When I talk about relationships with students, what I’m referring to is the connection in the classroom, but also the availability we have outside of the class. And where does that availability show up online? It can often show up in the message area of a learning management system, it can show up in your email, it can show up in a question area. It might also be that we’re picking up the phone to speak with a student or while we’re video chatting, or maybe we have an open office hour where we have the video open, whether it’s Zoom or some other platform.
So, there are a lot of ways we can connect with our students well formally and informally. The critical element is that they feel they can trust us and know who we are. They’re feeling guided by us. And we’re taking the time to actually learn what their needs and challenges are and see them as people not just names flying through the classroom.
Now, if you moved a live class online recently, you might already have a physical, face-to-face relationship with your students. Unless you have a super large class like a lecture-style class. So, if you have a small group, even up to 30 people, chances are you know who they are and you may already have that rapport. But what if you’re just teaching online for the first time, and have never met those people in person? That takes a little bit more effort.
Some of those things that we do to get to know our students in those circumstances are going to happen entirely in that online space. We might have like an icebreaker discussion or an introductory discussion during the first week, where people can share things about themselves. And we can get to know them better. In situations throughout the class, we want to look back over that discussion and remember who they are, where they’re living, what their situations are.
In a class I’m teaching right now, I made a list of my students in a notebook and added comments to help me remember their preferred names and other details that might be relevant like where they are living, whether they mentioned that they are working or serving in the military, and what they are majoring in for their degree.
And if a student comes to us with a special circumstance, like an illness, or an emergency, that’s something I would take the time to make a note of that. So, I can be more sensitive in the way that I follow up about assignments or outreach efforts.
Balancing the personal connection we make with people, and the efficiency strategies is really kind of the happy medium, the teeter totter of online teaching.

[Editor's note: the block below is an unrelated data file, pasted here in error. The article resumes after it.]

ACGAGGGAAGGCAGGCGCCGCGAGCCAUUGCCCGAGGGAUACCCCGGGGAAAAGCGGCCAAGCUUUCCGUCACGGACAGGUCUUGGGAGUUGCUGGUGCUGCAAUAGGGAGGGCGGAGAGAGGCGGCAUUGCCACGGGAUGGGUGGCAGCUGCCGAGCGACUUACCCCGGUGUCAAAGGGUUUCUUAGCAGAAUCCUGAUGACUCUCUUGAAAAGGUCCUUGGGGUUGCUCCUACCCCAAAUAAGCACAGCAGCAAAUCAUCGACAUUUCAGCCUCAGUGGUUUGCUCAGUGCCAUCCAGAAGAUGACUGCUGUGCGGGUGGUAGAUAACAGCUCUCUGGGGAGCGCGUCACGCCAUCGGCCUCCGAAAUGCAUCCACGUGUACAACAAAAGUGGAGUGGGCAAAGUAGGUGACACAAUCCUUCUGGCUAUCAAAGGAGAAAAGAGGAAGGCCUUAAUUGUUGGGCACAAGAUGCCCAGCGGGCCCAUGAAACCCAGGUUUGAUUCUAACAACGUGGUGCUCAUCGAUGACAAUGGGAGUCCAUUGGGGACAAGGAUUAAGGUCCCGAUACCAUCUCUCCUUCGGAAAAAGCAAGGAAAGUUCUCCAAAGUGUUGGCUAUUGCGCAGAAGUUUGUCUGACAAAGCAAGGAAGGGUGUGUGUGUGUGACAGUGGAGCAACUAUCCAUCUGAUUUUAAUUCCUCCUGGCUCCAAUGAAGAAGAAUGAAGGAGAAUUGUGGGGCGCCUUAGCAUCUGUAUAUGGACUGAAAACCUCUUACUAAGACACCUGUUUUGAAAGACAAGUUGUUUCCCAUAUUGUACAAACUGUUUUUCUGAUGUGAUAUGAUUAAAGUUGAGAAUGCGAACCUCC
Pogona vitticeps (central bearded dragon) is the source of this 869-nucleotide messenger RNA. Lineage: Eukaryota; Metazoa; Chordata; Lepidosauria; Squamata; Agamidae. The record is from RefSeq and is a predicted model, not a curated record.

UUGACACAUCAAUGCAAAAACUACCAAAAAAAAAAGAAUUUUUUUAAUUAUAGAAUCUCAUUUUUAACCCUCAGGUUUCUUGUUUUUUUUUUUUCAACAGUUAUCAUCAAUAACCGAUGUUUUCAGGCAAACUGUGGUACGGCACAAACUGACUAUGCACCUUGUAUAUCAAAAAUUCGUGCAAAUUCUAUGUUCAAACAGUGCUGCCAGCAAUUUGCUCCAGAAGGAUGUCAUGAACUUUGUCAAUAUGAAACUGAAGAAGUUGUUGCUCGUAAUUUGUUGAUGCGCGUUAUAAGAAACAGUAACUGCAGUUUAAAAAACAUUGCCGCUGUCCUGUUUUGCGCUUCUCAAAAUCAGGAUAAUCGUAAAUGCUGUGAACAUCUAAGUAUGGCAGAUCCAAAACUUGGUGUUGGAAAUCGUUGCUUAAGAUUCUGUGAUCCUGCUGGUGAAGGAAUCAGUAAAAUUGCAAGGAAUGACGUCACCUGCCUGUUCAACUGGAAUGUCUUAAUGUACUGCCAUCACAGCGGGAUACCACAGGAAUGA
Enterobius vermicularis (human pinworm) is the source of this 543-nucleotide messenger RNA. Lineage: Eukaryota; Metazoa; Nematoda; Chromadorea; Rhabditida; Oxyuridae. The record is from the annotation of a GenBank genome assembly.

Now that we have touched on this basic area, I’m going to share a few things about working with special kinds of students or special situations. And some of this is based on my own teaching experience and expertise as an online educator, as well as my years of supervising and observing online faculty.
So, a lot of times in my previous supervisory role, I would occasionally receive a student complaint about something and through the investigation of that complaint, it might have come to light that maybe the student misunderstood, or the faculty member was not clear, or something happened in between. It regularly seemed like a lot of those things could be alleviated with a proactive approach to meet people where they’re at, recognizing that not all students are at the same stage of life or readiness for the online class. In fact, there are eight special situations that might each require a different type of response in order to more effectively work with the student in a positive relationship and also manage your educator’s efficiency strategies, these range from special student populations to teacher practices.
The eight areas I’ll mention today include:
- Adult learners
- Students with disabling conditions
- Communication plans
- Reaching out to missing students
- Guide students with time and task management
- Notice students new to the subject matter
- Plan ahead to accommodate potential interruptions
- Expect challenges and misunderstandings
1. Adult Learners
Adult learners are actually a lot different than younger students. When we have a population of say, 18- to 20-something-year-old students that we would call our traditional students, these people typically come right out of high school and go to college, or they might come just within a few years. They’re fairly young. And often they’re already in the mindset for learning. So, they know what to expect about schooling because they’ve recently been involved in school. And maybe they’ve even prepared for college and set a goal to get there. Now, of course, that’s not everyone, but that’s kind of a general understanding.